Mars and M-35

   Sunday evening, May 19th, the ‘Red Planet’ Mars will be passing across the open star cluster M-35. This is a group of stars almost 4,000 light years distant located in the constellation of Gemini the Twins, near their feet. Depending on local sky conditions M-35 may be visible with the unaided, but now with Mars traversing the star cluster it also will be a great sight with binoculars, a telescope, and a camera.


   
   
   

Click here to go to the Qué tal in the Current Skies web site for monthly observing information, or here to return to bobs-spaces.


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Moon – Ceres Conjunction

   Sunday morning May 19th the 15-day old waning gibbous Moon will be within 2-3o from Dwarf Planet Ceres. Considering that Ceres currently is a dim 6.8 apparent magnitude, and is that close to a just past full Moon, the chances of seeing Ceres are basically non-existent. However the reddish star Antares, down to the left from the Moon and Ceres, is visible. And over the next few days the Moon, as it wanes, will pass by Jupiter, then Saturn.

   
   
   

Click here to go to the Qué tal in the Current Skies web site for monthly observing information, or here to return to bobs-spaces.


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Sun Enters Taurus

   Tuesday May 14th the Sun in its apparent eastward motion along the ecliptic, moves out of the constellation Aries the Ram and into the constellation of Taurus the Bull. This is the true or actual position of the Sun as opposed to the pseudoscience of astrology which usually has the astrological Sun one constellation ahead or east from the Astronomical Sun’s position.

Read a little more about how astrology has the Sun incorrectly placed in a previous blog, and in another blog discussing the effects of precession.


Click here to go to the Qué tal in the Current Skies web site for monthly observing information, or here to return to bobs-spaces.


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May Moon at Perigee

   Our Moon reaches perigee, (closest distance to Earth), for this orbit, on Monday May 13th. At that time the Moon will be at a distance of 28.93 Earth diameters 229,296 miles (369,017 km) from the Earth.

   The 9-day old waxing gibbous, Moon rises around mid-afternoon and sets the following day, and is visible all night.

   Does our Moon actually go around the Earth as this graphic shows? From our perspective on the Earth the Moon appears to circle around the Earth. However, in reality, the Moon orbits the Sun together with the Earth*
   *Click here to read my 2006 Scope on the Sky column “The Real Shape of the Moon’s Orbit”. (PDF)

   Read this very informative article about the Earth-Moon system and their orbital motions, written by Joe Hanson. “Do We Orbit the Moon?”

   
   
   

Click here to go to the Qué tal in the Current Skies web site for monthly observing information, or here to go to bobs-spaces.


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Give Mom a Diamond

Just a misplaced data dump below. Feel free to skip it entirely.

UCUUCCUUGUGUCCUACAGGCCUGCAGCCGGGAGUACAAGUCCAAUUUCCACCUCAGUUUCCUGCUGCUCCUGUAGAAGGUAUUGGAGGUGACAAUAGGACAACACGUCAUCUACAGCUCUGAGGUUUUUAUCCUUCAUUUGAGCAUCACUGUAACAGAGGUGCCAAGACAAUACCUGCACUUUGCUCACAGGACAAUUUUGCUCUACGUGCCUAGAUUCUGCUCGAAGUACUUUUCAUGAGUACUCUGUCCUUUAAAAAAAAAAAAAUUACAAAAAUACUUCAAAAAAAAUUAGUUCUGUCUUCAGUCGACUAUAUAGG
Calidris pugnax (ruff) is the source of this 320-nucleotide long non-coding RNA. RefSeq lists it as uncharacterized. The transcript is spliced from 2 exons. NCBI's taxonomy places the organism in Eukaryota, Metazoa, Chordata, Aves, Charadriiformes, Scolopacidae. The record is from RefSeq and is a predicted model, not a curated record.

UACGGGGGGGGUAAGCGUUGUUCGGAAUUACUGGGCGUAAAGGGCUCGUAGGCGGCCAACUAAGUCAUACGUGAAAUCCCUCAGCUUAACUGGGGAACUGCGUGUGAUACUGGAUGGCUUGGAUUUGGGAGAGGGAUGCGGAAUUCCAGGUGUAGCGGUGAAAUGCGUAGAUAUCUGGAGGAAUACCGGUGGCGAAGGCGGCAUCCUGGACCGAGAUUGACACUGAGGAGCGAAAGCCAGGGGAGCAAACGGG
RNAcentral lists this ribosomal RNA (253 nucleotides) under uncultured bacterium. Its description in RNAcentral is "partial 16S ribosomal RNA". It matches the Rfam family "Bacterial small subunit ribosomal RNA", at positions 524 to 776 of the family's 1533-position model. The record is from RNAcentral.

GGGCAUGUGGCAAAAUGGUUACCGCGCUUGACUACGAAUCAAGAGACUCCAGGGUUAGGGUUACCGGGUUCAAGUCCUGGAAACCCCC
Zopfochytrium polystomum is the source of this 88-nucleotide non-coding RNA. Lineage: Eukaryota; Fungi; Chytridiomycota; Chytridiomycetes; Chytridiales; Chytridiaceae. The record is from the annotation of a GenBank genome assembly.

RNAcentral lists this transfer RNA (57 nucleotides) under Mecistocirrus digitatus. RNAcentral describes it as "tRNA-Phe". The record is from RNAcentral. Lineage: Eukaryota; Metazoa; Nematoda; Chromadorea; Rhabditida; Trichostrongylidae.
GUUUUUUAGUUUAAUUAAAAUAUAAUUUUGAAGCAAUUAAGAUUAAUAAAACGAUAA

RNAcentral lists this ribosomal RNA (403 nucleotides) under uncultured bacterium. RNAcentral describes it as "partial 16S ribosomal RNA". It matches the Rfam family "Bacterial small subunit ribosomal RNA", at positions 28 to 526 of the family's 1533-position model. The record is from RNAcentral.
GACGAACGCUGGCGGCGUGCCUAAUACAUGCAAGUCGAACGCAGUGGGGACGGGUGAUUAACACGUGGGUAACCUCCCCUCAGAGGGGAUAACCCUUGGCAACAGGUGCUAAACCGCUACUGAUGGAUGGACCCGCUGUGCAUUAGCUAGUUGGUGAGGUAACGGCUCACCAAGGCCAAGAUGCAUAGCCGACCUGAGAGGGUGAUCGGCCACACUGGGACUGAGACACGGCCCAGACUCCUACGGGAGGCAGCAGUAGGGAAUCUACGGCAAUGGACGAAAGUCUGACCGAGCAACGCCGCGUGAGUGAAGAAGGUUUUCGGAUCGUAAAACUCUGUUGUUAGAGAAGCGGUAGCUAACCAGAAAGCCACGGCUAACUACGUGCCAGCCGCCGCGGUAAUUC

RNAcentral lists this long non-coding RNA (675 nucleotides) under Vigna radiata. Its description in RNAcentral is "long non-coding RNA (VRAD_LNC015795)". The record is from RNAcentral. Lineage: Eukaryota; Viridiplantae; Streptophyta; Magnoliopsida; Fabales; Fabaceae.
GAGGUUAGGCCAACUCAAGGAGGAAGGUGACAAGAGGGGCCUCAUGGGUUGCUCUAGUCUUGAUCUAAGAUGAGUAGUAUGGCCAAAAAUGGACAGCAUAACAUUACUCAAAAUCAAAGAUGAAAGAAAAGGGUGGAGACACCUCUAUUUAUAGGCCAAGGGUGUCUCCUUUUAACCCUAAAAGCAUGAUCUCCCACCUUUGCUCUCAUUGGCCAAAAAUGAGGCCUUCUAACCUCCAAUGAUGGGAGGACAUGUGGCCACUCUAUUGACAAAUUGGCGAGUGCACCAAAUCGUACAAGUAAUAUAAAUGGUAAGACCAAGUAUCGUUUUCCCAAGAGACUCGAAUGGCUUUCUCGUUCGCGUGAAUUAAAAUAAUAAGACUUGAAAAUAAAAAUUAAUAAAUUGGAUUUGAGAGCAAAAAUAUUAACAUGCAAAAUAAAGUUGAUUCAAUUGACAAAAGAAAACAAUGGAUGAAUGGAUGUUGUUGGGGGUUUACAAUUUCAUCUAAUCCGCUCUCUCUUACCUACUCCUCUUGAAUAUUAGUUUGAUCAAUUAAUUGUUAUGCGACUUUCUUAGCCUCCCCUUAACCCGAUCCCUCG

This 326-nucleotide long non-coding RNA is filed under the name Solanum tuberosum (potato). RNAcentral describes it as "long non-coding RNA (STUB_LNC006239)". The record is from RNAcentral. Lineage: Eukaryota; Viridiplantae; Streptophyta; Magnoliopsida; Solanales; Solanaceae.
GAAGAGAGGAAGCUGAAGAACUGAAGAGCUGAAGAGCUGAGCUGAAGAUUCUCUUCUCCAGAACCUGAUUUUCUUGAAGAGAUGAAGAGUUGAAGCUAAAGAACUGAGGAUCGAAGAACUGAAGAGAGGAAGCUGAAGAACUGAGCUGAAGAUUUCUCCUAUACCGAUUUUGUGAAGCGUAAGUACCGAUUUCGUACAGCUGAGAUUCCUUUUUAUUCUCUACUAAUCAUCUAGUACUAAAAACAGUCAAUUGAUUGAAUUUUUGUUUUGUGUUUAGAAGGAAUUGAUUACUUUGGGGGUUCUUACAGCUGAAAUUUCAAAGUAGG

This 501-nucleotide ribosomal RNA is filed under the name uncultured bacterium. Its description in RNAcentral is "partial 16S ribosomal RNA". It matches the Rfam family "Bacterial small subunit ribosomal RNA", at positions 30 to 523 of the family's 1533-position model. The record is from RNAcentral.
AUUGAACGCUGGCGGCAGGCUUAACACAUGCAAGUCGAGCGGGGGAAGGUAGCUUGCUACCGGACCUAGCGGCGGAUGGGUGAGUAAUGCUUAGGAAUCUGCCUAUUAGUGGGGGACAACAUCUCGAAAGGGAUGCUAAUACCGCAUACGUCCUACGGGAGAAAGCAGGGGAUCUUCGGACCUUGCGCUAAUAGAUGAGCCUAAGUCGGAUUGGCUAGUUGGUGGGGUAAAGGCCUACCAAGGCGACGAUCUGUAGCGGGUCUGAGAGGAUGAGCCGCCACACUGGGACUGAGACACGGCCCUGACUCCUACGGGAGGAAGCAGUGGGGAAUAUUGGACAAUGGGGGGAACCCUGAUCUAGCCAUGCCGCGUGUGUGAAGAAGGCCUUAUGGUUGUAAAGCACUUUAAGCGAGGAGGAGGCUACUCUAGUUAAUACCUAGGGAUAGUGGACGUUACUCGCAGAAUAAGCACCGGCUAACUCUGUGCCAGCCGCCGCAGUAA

About an hour after local sunset, on Mother’s Day May 12th, go outside and face south and look for the 8-day old waxing gibbous Moon to be near the star Regulus. Then look for the bluish-white colored star Spica.
   Spica, a star in Virgo the Harvest Maiden, marks the lower corner of an *asterism known as ‘the Diamond of Virgo’. To see the asterism look up to the left from Spica for the reddish star Arcturus in the kite-shaped constellation Bootes the Herdsman. Then look nearly straight up, the zenith, for the dimmest of the diamond stars, Cor Caroli in Canes Venatici, the Hunting Dogs. Then look down to the right for the star Denebola, the tail of Leo the Lion.
   Look toward the western horizon for a reddish star, actually the ‘Red Planet’ Mars.

*An asterism is a group of stars forming a recognizable pattern using stars within a constellation or by combining stars from more than one constellation. For example, the Big and Little Dipper are asterisms.

   
   
   

Click here to go to the Qué tal in the Current Skies web site for monthly observing information, or here to return to bobs-spaces.


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Waxing Gibbous Moon Passes Regulus

   Saturday and Sunday May 11-12th the waxing gibbous Moon will pass by the star Regulus, the ‘heart’ of Leo the Lion.

   
   
   

Click here to go to the Qué tal in the Current Skies web site for monthly observing information, or here to return to bobs-spaces.


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Waxing Crescent Moon Near Beehive Cluster

   Friday evening May 10th the 6-day old waxing crescent Moon will be ‘on top’ of the open star cluster, M-44, or the Beehive Cluster. This should make for a great viewing sight through the field of view of binoculars or telescope, and certainly would make for a striking astrophoto.

   
   
   

Click here to go to the Qué tal in the Current Skies web site for monthly observing information, or here to return to bobs-spaces.


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